Furthermore, the juxtaposition of ‘The God Delusion’ with a couple of scientists with religious leanings, is manipulative (and frankly shameful BBC!) and stokes up drama with no real justification.

    To me, a mature perspective on religion – and one that would bring much peace into the world – is one, that would reject the current organised ‘tribal’ religions (Christianity, Islam, Judaism etc), and replace their silly rituals, laws and theo-political hierarchy, with :

    (a) the notion of a cosmic god that gives meaning/purpose to the world (if you need it)
    (b) shared human values, responsibilities freedoms and rights
    (c) a deep and profound respect for Nature, Consciousness and the Cosmos.

  21. Sherryton

    Andy, we live in a society which ridicules people for having a faith.
    The BBC in this context gave a fair view to the ideas expressed in this documentary, by inviting comment from scientists and scholars who share a Christian belief.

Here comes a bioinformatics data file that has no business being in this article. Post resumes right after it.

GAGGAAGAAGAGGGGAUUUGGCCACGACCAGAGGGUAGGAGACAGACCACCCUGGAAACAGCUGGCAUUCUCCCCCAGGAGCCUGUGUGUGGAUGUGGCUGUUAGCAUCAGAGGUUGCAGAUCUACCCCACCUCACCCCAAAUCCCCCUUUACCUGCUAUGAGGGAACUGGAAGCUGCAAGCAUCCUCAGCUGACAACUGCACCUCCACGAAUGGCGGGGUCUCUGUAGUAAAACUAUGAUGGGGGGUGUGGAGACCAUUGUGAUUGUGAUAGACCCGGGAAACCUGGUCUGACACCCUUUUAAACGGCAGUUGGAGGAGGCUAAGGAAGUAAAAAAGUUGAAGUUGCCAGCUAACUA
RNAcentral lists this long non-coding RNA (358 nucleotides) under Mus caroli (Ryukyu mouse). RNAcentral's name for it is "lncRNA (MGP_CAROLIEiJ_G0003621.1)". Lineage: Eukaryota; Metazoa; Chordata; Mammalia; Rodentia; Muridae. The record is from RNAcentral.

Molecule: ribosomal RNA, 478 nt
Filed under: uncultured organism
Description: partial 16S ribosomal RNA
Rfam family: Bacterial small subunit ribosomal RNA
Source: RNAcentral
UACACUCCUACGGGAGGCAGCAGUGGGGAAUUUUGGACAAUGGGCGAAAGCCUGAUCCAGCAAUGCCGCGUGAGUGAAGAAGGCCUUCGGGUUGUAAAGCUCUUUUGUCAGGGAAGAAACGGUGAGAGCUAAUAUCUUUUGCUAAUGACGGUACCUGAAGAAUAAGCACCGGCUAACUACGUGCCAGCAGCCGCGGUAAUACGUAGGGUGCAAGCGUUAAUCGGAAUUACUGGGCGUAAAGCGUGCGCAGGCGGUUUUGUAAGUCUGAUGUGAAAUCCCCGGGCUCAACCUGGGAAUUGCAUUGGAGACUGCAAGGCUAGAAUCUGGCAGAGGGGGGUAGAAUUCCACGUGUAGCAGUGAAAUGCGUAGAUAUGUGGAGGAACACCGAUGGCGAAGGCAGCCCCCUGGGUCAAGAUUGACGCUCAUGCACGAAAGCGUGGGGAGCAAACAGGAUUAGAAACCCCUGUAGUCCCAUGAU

These days Intellectuals are often seen as people without a faith of any kind, but this documentary showed quite clearly that science and the belief in the Divine need not be at odds.
    Just because a person is a scientist does not mean they cannot have faith!
    The fact that the faith in question was Christian was totally in keeping with the work being discussed and the Author of the subsequent book relating to it.
    If C.S.Lewis had been Muslim or Jewish (and the contributors had also been of the same faith) would you have felt so comfortable spewing forth such vitriol?
    People of faith are expected to practice tolerance of Secularism, which is fine-but they also deserve some reciprocity.